They have to be clamped upside down and their seed taken by a farm-worker, collected and forcibly injected into the females.
To stop them cannibalizing each other in the cramped, unnatural conditions, turkeys have their beaks sliced off, which can leave them in permanent pain.
At the slaughterhouse, most are hung upside down and dragged through an electrified waterbath to stun them.
It often does not work and many birds are fully conscious when their throats are cut.
Some are even alive when they are plunged into boiling water to loosen their feathers.
Others may be killed by gassing; often birds gasp and flap violently for several minutes.
- Beating a turkey to death with a crowbar is an acceptable practice in U.S. farming of animals. Still not illegal.
- Turkeys do not receive even the scant protection given to pigs and cows by the Humane Slaughter Act and many are tied upside down still alive and conveyed to the part of the factory where they are knifed.
- Not all die right away and suffer unspeakably by bleeding slowly to death.
There’s more, and it’s way worse, and I’ll spare you the details. If you’re curious, follow this link. I do not understand why there is so much disrespect for living things. What I do understand is that it is pervasive and undeniable. But where did it come from? How can a person sleep at night knowing they are managing, operating, owning, or simply working in places like that? Are they totally anesthetized? Do they think only humans are alive?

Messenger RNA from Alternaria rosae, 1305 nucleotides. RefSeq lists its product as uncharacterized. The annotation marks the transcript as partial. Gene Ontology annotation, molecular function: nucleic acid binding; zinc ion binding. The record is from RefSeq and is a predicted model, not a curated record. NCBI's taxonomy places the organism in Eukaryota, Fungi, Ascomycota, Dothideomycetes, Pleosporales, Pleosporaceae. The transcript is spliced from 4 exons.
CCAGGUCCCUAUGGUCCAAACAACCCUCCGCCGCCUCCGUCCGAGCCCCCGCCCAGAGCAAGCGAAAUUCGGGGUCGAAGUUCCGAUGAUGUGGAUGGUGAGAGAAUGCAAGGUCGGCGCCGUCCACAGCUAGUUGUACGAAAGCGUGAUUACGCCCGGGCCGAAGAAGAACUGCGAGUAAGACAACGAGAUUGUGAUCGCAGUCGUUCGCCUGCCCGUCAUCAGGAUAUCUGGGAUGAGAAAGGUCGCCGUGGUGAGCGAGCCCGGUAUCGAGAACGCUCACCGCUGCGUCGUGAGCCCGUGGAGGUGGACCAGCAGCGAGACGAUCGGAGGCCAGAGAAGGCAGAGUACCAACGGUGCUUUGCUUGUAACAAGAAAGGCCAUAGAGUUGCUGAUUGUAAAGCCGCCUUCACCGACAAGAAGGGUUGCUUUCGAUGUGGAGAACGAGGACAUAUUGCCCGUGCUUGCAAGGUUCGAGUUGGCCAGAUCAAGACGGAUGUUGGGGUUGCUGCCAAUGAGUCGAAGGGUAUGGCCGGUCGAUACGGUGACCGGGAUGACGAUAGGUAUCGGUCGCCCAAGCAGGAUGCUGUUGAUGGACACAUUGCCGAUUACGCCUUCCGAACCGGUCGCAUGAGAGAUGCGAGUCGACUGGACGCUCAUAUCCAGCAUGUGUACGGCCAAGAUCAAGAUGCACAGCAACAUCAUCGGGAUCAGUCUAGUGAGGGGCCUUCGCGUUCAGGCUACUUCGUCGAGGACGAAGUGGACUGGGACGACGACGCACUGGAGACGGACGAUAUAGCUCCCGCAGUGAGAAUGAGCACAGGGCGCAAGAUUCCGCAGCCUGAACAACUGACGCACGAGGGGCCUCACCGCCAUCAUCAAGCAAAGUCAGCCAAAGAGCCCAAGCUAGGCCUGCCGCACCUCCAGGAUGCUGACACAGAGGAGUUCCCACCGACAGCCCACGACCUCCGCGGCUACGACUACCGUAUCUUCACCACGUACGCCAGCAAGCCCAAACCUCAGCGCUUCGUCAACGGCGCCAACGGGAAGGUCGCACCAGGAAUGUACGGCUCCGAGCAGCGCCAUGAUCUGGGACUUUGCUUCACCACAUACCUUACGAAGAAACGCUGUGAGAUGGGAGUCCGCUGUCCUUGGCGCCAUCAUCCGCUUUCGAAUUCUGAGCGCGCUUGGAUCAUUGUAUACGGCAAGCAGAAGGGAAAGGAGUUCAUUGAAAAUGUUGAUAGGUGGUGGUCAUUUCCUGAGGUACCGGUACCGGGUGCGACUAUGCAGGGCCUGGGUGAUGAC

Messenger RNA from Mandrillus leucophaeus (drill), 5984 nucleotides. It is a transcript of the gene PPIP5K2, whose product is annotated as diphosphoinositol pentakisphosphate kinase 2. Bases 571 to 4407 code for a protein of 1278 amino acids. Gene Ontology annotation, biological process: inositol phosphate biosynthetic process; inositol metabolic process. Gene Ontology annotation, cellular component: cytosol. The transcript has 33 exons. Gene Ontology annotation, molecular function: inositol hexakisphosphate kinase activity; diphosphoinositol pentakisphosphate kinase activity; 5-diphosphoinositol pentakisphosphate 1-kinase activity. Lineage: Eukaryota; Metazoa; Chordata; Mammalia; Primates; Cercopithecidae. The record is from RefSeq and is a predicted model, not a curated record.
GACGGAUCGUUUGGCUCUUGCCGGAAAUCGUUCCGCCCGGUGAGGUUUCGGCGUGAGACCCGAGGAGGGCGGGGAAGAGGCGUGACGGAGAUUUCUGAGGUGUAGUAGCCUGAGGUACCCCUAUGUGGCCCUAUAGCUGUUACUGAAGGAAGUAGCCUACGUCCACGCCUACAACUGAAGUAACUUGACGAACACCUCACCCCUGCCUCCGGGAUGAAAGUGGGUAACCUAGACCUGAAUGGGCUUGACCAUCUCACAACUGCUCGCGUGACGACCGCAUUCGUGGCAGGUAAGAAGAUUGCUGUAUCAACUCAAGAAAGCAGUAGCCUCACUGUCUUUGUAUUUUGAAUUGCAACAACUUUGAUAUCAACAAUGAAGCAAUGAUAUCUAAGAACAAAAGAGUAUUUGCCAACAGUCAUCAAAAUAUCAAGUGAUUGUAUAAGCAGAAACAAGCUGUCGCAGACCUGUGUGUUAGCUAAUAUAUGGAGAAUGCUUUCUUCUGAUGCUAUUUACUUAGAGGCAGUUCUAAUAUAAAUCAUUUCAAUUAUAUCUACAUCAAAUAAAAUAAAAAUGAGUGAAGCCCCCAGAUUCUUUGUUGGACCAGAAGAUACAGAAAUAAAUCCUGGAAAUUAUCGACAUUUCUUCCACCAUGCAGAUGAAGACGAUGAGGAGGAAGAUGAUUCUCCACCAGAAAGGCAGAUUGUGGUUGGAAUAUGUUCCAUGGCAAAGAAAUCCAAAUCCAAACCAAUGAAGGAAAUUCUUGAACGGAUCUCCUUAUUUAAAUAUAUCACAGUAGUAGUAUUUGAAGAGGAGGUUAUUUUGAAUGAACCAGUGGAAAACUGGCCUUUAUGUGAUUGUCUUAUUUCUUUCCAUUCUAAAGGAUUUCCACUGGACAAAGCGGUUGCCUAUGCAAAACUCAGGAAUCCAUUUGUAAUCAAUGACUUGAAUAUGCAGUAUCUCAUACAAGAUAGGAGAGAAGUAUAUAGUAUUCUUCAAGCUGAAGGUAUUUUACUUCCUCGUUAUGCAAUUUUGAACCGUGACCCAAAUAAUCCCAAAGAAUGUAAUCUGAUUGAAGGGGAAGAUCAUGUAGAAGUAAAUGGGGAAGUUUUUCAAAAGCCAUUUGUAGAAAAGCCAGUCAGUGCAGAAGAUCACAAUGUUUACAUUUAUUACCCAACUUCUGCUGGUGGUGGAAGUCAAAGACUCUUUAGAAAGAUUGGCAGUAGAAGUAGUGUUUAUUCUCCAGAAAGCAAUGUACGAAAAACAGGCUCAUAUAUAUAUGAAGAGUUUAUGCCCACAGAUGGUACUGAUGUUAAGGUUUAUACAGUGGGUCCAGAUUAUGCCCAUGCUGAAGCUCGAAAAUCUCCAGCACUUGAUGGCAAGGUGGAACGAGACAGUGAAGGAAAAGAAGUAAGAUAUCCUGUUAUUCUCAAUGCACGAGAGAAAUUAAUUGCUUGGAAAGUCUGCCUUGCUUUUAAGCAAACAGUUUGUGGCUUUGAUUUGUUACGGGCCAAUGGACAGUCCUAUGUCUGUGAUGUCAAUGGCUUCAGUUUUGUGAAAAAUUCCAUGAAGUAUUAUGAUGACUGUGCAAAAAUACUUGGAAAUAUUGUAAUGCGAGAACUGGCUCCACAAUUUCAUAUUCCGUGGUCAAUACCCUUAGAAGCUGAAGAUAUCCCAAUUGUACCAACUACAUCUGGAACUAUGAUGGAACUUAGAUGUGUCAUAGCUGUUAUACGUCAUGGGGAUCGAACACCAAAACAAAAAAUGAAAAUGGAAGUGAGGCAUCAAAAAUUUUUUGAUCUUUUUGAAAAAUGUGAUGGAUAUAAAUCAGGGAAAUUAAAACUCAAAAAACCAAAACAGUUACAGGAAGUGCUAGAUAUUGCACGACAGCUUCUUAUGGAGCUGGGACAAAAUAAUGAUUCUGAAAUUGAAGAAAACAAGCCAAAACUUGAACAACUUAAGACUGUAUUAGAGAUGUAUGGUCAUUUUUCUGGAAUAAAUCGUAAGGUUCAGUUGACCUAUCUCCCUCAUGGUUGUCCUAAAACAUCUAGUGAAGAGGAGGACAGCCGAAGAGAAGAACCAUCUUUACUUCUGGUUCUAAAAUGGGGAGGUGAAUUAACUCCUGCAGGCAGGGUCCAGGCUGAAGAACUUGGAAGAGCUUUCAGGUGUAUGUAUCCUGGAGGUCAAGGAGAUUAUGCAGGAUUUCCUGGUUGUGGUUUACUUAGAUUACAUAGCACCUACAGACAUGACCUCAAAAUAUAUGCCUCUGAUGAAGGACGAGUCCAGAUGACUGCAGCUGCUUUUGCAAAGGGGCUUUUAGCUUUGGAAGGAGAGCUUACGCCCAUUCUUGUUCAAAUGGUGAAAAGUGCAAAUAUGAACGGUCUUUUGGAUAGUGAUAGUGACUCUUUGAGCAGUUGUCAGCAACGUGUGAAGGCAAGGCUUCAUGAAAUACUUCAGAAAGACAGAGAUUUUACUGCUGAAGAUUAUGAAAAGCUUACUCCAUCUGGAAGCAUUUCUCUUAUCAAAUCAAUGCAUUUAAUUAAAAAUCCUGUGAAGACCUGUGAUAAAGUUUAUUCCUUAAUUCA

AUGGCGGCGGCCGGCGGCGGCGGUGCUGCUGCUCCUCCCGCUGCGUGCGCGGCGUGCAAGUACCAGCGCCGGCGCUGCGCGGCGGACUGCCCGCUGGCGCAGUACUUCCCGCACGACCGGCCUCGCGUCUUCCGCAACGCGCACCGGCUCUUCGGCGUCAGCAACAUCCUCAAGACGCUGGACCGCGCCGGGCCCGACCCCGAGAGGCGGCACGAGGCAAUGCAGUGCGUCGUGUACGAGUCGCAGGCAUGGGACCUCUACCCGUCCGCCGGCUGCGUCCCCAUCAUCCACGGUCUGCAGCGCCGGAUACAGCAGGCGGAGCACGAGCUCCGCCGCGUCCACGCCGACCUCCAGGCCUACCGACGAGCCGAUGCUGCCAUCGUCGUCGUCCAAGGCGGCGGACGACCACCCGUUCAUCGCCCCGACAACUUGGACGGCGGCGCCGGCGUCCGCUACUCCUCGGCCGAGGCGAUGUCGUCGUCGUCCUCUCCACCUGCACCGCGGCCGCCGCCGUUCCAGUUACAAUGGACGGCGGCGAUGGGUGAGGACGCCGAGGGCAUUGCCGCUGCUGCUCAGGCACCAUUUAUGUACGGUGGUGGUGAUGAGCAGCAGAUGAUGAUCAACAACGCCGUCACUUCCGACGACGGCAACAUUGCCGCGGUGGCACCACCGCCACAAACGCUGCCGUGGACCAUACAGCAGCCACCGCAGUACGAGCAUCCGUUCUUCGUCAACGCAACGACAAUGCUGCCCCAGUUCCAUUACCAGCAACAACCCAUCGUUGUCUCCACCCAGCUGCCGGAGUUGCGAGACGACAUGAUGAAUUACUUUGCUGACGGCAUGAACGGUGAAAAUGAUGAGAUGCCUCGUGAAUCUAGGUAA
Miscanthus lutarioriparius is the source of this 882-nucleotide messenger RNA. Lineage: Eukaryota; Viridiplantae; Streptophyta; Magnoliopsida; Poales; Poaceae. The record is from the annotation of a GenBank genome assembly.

So… now, having posted all this… I’m going to go to the kitchen, wash out my big stainless steel cook pot, fill it with water, dump in a fair amount of rice, and beans, and … yes … ground turkey. And I’m going to feed it to my dogs – whom I love – and I’m going to send Reiki and blessings and all kinds of good energy into that food … and to the living beings that agreed to be made part of it … and I’m going to be prayerful and grateful … and I hope that’s good enough!